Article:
- 6.3.1 Petroleum related components
- 188.8.131.52 Crude oil
- 184.108.40.206 Single PAH
- 6.3.2 Chemically dispersed oil versus physically dispersed oil
- 6.3.3 Are Arctic species more sensitive than temperate species?
- 6.4 Future Research Considerations
- 6.4.1 Priority Recommendations to Enhance NEBA Applications in the Arctic
- 6.5 Further Information
- 7.0 POPULATION EFFECTS MODELING
- 7.1 Introduction
- 7.2 Knowledge Status
- 7.2.1 Parameters Needed to Assess Potential Responses of VECs to Environmental Stressors
- 220.127.116.11 Transport and fate / exposure potential
- 18.104.22.168 Oil toxicity evaluations / sensitivity
- 22.214.171.124 Population distributions, stressors, and mortality rates
- 7.2.2 Copepod Population Ecology
- 126.96.36.199 Copepod Growth and Development
- 188.8.131.52 Summary of Arctic and Sub-Arctic Copepod Species
- 7.2.3 Copepod Populations
- 7.2.4 Arctic Fish Population Ecology
- 184.108.40.206 Arctic Fish Species Diversity
- 220.127.116.11 Representative Fish Species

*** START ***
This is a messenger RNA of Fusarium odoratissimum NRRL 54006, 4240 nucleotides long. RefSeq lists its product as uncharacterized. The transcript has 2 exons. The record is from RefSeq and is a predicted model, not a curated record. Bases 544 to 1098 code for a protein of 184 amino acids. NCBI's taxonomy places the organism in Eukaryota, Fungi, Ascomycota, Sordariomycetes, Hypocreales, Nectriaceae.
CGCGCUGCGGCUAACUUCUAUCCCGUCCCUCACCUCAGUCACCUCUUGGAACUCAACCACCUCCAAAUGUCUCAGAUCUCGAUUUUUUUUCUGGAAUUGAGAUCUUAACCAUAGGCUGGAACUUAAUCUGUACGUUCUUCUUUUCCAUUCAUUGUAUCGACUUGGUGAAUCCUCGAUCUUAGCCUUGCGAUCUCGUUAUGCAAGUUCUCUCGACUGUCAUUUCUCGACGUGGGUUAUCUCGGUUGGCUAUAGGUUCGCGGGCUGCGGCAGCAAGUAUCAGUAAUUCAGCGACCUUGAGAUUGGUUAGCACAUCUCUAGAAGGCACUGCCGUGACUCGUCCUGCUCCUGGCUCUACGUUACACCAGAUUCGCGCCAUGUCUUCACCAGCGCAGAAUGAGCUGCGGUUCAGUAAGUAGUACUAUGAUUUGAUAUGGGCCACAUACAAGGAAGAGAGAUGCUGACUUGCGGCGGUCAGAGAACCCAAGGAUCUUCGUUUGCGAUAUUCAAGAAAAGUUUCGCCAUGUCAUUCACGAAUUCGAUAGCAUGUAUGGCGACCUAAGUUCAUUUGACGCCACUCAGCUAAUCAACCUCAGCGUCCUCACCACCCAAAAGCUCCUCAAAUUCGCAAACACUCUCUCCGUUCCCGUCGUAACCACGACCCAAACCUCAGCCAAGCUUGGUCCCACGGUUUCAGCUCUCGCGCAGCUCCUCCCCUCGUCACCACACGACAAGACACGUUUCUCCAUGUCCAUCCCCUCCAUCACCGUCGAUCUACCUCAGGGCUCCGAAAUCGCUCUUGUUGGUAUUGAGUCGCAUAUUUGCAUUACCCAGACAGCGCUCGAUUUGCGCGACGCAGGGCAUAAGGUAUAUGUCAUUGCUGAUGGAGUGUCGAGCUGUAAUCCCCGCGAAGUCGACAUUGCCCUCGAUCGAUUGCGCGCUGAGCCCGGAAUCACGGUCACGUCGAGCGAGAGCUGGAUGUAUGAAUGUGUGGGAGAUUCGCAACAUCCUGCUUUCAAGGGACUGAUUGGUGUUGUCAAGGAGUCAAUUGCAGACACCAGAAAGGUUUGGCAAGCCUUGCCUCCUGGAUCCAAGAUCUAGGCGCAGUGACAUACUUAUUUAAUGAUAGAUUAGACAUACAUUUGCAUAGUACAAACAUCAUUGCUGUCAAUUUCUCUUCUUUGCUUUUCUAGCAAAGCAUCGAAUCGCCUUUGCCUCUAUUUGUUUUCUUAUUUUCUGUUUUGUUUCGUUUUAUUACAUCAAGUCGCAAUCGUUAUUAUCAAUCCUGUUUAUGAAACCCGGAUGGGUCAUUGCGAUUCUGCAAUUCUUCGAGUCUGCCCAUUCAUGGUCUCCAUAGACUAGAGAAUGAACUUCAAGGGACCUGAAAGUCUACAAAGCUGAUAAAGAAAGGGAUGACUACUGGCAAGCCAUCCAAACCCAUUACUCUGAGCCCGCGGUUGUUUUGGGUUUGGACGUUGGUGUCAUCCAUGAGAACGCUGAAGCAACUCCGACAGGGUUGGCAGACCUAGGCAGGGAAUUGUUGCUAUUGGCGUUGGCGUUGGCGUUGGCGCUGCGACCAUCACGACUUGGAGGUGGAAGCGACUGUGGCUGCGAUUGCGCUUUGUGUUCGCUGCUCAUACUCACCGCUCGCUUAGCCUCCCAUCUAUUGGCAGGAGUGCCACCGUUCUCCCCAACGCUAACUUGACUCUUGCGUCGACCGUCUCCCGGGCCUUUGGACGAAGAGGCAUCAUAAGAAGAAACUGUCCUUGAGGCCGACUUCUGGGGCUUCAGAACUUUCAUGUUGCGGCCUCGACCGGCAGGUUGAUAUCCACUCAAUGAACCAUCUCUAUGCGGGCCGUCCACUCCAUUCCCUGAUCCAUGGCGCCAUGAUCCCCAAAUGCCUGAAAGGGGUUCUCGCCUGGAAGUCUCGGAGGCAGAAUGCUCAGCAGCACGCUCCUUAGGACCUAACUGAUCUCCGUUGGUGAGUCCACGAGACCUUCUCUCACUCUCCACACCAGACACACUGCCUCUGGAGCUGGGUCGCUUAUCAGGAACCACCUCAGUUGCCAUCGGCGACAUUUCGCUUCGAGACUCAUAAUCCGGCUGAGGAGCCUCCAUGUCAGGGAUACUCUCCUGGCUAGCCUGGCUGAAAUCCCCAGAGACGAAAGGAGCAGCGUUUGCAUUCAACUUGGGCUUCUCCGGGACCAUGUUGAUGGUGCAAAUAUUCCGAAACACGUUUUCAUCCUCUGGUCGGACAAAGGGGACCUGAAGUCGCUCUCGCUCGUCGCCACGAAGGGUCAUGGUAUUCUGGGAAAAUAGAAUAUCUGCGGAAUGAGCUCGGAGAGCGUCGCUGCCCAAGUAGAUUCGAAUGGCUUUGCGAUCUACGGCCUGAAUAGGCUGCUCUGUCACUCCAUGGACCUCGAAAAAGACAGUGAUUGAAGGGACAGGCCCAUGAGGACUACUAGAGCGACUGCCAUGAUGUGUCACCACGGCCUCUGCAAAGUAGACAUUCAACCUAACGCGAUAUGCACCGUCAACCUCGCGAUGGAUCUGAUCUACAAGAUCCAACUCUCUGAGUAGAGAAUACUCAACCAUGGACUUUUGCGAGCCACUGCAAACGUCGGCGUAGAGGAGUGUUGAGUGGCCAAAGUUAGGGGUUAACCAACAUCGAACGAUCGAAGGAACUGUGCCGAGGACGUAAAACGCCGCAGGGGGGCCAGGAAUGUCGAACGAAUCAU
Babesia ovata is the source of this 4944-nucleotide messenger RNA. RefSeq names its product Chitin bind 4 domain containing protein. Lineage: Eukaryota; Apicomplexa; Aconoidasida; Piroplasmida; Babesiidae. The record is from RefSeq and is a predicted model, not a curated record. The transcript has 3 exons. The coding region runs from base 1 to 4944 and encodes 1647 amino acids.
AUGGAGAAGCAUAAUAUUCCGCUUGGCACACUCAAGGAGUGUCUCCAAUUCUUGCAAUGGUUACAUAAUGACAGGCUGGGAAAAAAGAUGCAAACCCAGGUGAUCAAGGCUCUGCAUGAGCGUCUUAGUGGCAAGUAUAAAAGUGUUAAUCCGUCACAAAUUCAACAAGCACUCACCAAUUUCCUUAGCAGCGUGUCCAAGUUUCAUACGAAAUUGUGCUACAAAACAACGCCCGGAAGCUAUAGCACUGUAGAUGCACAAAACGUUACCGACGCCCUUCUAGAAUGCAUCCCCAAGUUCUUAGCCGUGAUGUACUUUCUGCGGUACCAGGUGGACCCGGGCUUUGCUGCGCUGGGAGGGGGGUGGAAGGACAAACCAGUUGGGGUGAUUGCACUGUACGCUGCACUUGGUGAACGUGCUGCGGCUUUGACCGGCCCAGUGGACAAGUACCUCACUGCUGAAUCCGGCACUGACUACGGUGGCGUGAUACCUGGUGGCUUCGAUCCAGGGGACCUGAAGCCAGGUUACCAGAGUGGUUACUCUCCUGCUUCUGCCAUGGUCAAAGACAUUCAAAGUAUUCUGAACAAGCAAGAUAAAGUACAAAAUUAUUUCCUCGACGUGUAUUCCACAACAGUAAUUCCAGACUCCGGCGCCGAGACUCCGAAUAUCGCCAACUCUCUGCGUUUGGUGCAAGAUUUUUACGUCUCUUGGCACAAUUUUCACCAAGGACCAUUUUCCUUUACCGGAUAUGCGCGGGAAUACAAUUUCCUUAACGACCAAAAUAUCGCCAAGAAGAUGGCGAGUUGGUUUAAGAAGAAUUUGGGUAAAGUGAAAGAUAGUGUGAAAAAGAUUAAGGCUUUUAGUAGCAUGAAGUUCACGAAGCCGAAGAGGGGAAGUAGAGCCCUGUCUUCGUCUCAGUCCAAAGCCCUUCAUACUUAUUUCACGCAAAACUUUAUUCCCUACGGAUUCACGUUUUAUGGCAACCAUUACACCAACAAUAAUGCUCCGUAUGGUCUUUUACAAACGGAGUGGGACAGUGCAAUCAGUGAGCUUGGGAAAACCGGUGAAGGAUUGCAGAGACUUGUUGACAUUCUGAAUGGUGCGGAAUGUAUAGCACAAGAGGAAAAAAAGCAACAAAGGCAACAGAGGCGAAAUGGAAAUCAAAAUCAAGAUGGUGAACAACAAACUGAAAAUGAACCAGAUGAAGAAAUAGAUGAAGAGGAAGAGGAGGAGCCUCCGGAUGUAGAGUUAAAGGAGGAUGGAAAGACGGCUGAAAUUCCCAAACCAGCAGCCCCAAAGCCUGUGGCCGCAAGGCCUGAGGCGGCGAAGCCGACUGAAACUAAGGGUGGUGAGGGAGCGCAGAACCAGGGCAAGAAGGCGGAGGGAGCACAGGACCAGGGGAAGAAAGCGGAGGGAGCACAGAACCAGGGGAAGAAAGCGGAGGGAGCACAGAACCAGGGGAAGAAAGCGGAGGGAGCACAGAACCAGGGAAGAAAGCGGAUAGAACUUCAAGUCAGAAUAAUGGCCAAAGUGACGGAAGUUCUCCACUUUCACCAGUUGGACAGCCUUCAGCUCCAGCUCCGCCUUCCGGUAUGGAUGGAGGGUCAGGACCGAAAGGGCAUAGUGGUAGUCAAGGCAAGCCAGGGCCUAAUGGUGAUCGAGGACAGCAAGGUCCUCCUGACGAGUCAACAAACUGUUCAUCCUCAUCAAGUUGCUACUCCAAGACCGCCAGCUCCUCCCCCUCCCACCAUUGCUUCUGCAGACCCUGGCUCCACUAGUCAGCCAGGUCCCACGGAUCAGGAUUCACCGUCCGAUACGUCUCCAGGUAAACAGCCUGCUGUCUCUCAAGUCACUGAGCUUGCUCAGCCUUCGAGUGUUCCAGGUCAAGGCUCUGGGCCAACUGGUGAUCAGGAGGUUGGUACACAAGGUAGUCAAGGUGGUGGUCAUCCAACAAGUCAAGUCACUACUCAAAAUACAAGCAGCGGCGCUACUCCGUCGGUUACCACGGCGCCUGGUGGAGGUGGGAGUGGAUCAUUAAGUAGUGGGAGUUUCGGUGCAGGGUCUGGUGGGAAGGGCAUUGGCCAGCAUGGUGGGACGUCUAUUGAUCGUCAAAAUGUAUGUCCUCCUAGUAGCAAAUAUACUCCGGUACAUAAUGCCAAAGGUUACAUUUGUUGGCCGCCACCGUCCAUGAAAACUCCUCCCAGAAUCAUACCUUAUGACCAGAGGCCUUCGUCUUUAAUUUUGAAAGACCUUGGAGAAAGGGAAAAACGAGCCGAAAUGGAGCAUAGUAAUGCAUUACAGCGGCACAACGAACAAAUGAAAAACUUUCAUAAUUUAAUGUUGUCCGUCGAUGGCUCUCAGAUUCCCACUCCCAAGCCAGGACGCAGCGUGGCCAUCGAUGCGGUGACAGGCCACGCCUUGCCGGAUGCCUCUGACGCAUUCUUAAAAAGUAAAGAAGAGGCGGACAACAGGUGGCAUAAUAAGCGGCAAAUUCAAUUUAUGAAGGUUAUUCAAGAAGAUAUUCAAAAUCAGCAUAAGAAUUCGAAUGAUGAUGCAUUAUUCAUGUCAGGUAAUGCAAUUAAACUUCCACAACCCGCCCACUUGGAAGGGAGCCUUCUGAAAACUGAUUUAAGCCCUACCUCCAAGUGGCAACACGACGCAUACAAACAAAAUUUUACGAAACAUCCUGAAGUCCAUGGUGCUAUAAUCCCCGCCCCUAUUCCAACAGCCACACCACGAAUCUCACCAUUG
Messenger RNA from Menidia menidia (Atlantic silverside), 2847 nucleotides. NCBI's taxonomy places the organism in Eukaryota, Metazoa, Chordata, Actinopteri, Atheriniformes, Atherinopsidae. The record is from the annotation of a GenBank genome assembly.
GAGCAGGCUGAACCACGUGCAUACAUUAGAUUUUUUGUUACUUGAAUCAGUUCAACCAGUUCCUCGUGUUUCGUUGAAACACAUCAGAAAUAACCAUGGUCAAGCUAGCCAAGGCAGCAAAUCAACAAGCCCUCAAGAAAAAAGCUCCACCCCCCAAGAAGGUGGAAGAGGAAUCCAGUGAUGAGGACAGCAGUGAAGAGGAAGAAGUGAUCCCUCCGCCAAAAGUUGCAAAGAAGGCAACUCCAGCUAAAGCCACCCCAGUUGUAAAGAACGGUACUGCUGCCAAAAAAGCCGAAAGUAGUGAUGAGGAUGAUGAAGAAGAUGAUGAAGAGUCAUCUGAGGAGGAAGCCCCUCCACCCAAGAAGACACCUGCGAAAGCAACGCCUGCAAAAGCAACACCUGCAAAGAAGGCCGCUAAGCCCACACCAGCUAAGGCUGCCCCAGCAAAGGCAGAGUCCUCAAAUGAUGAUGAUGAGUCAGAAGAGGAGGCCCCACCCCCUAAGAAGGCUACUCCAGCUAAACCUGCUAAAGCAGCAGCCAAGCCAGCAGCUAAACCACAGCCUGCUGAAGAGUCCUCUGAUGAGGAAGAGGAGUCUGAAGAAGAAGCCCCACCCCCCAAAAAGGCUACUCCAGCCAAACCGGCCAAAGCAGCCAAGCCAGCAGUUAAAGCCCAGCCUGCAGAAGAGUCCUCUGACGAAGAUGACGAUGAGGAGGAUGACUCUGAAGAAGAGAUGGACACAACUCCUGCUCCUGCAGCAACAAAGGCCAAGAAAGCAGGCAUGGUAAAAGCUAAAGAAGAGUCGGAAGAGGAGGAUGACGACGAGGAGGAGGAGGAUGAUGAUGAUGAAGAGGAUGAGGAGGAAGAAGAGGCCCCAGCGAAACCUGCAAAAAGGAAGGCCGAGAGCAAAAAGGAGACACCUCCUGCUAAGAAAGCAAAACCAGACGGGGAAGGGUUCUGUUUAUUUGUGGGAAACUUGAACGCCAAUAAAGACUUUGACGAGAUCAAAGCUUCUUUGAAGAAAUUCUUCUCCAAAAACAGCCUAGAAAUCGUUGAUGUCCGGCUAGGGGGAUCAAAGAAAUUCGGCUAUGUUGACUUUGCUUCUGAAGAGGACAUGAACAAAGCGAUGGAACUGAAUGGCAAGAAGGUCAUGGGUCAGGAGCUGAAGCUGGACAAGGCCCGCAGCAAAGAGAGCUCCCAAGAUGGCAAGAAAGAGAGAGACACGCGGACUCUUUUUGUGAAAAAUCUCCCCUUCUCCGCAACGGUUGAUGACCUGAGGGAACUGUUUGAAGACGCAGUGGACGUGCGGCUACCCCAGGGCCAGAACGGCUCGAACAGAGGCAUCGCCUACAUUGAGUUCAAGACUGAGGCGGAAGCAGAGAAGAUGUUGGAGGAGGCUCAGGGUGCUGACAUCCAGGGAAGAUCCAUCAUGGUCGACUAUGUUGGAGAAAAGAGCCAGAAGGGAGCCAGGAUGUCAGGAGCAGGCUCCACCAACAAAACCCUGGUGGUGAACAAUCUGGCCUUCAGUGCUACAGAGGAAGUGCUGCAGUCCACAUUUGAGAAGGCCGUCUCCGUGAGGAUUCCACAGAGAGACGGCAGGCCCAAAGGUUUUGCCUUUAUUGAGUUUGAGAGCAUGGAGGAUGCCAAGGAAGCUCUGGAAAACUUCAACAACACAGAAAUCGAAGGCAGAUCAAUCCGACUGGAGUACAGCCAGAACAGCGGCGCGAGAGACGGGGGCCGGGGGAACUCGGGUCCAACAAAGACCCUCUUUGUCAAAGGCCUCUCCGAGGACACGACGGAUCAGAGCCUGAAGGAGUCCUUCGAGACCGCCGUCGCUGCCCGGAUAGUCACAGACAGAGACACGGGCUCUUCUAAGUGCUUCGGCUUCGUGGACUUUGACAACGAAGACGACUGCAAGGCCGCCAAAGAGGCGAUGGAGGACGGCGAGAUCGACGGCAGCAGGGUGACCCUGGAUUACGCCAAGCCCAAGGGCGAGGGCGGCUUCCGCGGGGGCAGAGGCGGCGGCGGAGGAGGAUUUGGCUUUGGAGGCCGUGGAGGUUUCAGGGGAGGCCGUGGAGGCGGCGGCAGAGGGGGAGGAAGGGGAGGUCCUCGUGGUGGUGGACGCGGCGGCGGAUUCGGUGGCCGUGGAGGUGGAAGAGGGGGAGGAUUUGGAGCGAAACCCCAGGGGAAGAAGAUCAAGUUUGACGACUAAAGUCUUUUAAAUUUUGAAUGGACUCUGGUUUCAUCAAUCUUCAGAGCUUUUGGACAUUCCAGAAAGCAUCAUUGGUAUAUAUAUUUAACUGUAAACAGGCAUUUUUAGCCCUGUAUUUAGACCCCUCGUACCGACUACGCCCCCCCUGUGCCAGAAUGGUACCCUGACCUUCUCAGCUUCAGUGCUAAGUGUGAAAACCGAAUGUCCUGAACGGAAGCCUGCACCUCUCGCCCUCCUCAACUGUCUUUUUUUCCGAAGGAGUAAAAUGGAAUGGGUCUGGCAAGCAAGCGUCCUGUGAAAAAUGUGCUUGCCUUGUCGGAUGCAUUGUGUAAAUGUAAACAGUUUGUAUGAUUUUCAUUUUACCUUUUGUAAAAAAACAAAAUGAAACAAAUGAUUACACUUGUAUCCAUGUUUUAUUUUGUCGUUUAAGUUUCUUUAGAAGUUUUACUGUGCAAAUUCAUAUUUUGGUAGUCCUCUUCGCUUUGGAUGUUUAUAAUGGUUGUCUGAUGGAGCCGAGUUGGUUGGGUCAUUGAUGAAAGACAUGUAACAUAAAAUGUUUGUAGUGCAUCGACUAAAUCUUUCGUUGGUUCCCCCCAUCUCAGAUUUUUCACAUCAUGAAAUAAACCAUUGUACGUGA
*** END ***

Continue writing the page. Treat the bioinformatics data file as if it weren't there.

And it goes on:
- 7.2.5 Application of Population Models
- 7.3 Future Research Considerations
- 7.3.1 Priority Recommendations to Enhance NEBA Applications in the Arctic
- 7.4 Further Information
- 8.0 ECOSYSTEM RECOVERY
- 8.1 Introduction
- 8.2 Knowledge Status
- 8.2.1 Resilience and Potential for Recovery
- 8.3 Future Research Considerations
- 8.3.1 Priority Recommendations for Enhanced NEBA Applications in the Arctic
- 8.4 Further Information
- 9.0 NET ENVIRONMENTAL BENEFIT ANALYSES FOR OIL SPILL
- 9.1 Introduction
- 9.2 Knowledge Status
- 9.2.1 Importance of NEBA Development for Arctic Regions
- 9.2.2 Scope and Applicability
- 9.2.3 Information Required to Utilize the NEBA Process
- 18.104.22.168 Potential oil spill scenarios
- 22.214.171.124 Response resources available
- 9.2.4 Ecological Resources at Risk
- 9.2.5 Social and Economic Relevance
- 9.2.6 Historical uses of NEBA and Case Studies
- 126.96.36.199 Assessing response strategy effectiveness and estimating oil fate and transport